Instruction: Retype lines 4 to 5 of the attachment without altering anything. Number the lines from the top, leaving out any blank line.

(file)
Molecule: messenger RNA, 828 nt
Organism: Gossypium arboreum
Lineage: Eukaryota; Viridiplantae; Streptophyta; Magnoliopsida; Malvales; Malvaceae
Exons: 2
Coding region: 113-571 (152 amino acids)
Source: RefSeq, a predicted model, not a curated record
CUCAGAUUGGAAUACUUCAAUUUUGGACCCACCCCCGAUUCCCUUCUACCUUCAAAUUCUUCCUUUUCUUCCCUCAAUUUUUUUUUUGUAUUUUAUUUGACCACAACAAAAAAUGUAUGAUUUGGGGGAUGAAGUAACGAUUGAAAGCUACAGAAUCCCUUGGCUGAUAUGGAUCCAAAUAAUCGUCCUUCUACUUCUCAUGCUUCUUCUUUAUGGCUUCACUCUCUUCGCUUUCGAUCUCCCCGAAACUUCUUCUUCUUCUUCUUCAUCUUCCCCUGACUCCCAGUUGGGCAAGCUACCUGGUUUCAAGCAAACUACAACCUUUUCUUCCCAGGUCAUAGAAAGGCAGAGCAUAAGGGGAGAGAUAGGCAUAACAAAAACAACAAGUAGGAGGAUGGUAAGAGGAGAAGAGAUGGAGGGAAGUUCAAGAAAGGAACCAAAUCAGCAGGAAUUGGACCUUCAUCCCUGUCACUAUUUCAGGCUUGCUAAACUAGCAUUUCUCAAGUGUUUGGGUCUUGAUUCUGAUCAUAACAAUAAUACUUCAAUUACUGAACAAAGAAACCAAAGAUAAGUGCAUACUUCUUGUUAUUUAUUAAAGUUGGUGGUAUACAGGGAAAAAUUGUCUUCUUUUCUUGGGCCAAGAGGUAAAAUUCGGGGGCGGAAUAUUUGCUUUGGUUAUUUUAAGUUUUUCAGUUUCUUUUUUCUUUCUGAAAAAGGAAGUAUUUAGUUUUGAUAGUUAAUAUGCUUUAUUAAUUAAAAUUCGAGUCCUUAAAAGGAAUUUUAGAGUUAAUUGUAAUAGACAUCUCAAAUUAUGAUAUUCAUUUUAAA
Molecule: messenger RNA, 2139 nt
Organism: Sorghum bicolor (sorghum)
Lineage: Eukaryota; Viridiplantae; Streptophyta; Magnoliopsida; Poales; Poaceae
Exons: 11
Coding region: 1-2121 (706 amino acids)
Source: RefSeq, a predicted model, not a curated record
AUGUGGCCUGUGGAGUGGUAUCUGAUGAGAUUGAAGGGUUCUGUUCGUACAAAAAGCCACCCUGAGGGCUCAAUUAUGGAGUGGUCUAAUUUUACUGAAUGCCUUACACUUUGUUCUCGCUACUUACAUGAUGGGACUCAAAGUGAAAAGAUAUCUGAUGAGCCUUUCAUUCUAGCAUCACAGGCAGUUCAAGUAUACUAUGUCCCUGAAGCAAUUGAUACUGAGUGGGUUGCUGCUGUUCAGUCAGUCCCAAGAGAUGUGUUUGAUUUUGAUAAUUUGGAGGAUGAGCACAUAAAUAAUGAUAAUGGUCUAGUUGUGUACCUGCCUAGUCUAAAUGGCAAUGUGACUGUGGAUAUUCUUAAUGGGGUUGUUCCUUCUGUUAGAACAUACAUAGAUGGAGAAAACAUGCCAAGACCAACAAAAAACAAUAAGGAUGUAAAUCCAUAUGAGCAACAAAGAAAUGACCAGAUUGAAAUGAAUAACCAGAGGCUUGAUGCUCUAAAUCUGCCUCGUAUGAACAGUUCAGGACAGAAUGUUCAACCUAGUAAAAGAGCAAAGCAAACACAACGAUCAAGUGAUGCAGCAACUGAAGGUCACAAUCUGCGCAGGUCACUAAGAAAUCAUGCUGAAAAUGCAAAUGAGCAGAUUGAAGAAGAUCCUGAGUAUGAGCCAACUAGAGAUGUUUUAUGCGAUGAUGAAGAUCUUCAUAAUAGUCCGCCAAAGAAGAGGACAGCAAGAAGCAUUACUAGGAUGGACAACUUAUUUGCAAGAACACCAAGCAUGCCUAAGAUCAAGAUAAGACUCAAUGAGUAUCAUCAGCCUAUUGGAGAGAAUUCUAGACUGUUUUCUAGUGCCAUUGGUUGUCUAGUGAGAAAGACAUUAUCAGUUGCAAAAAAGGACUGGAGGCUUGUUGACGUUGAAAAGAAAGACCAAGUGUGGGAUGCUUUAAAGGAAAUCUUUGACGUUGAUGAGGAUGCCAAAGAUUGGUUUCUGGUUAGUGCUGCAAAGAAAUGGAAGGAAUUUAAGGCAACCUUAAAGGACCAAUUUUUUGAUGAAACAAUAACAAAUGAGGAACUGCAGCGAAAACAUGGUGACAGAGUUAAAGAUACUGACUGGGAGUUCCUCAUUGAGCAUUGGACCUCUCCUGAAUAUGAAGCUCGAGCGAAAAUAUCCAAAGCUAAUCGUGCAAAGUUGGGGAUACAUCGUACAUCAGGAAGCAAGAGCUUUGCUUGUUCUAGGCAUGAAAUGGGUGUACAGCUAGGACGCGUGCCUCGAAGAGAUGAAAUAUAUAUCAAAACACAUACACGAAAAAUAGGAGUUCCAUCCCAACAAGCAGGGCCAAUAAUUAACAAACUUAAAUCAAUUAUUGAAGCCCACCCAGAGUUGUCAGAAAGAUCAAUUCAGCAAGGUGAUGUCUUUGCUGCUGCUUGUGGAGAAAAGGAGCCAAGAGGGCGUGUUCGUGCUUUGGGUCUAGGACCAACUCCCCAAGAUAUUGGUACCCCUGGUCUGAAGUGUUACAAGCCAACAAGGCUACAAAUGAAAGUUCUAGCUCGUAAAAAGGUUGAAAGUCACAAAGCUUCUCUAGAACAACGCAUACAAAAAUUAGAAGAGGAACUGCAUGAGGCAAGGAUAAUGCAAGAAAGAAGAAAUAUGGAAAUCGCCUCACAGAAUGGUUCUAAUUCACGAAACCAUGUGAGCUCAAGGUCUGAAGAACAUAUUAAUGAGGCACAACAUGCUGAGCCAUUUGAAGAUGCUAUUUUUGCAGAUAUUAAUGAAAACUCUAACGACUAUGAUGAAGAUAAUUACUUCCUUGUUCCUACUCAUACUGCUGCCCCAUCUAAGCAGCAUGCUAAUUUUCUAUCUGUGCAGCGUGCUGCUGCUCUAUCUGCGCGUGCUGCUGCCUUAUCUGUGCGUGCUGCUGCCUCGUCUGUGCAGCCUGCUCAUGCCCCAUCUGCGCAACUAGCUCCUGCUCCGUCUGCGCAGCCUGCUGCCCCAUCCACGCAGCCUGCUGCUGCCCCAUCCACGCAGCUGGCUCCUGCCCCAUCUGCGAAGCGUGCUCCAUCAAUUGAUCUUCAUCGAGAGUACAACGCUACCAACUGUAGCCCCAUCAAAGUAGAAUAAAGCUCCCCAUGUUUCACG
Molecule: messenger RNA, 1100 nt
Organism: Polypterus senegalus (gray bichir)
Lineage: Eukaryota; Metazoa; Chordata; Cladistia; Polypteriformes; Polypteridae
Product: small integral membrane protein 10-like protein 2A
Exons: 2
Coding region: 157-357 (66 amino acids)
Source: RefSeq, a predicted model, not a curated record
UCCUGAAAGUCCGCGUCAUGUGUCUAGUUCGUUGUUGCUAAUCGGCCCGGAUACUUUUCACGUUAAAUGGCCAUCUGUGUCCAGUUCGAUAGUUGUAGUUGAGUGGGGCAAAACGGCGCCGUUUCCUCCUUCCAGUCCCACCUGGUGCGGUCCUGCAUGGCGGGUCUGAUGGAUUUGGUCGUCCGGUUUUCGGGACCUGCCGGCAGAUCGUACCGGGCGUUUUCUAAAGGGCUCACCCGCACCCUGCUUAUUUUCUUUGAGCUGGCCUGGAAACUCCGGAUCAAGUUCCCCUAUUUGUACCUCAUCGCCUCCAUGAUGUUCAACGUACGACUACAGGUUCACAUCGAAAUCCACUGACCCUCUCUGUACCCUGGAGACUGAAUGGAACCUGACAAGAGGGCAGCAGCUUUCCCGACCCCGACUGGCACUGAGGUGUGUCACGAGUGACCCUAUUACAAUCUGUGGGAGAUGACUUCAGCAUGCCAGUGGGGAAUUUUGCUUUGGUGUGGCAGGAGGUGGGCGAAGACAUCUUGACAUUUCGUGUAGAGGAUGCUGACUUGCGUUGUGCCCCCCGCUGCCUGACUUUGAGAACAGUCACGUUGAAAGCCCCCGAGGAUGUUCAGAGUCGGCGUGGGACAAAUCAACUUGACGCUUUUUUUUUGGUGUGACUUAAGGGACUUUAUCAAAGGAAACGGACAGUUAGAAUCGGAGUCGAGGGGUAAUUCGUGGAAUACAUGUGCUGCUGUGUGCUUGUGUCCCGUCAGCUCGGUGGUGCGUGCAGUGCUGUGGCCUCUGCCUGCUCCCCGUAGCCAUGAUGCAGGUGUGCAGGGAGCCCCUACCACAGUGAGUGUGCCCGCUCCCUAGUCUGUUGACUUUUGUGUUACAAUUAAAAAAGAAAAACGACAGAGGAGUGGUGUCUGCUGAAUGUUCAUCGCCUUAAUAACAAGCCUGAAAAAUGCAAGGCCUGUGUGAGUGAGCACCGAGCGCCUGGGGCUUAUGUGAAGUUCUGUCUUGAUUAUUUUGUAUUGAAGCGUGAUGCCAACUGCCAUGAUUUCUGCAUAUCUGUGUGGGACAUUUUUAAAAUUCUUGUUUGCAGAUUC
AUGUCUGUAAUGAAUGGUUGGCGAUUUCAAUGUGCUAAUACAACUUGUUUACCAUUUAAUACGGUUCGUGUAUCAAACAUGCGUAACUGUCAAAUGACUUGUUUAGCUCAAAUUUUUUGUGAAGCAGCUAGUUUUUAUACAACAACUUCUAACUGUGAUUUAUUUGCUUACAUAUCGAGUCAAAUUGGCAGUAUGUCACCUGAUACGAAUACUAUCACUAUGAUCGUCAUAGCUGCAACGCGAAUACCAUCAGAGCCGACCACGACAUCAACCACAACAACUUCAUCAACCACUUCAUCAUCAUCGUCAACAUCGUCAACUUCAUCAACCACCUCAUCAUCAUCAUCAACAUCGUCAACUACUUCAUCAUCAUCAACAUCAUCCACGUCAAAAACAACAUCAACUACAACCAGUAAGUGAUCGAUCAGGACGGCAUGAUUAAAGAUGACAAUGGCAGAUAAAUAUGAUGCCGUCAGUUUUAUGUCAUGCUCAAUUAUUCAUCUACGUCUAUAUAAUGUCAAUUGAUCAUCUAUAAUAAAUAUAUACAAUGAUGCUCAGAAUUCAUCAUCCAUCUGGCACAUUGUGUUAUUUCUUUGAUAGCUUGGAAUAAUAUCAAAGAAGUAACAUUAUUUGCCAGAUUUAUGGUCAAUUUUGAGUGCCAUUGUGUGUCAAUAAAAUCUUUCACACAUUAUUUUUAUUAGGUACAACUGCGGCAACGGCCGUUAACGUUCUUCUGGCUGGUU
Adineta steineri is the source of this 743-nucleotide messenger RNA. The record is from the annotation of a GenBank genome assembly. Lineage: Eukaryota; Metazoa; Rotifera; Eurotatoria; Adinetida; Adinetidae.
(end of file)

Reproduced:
Exons: 2
Coding region: 113-571 (152 amino acids)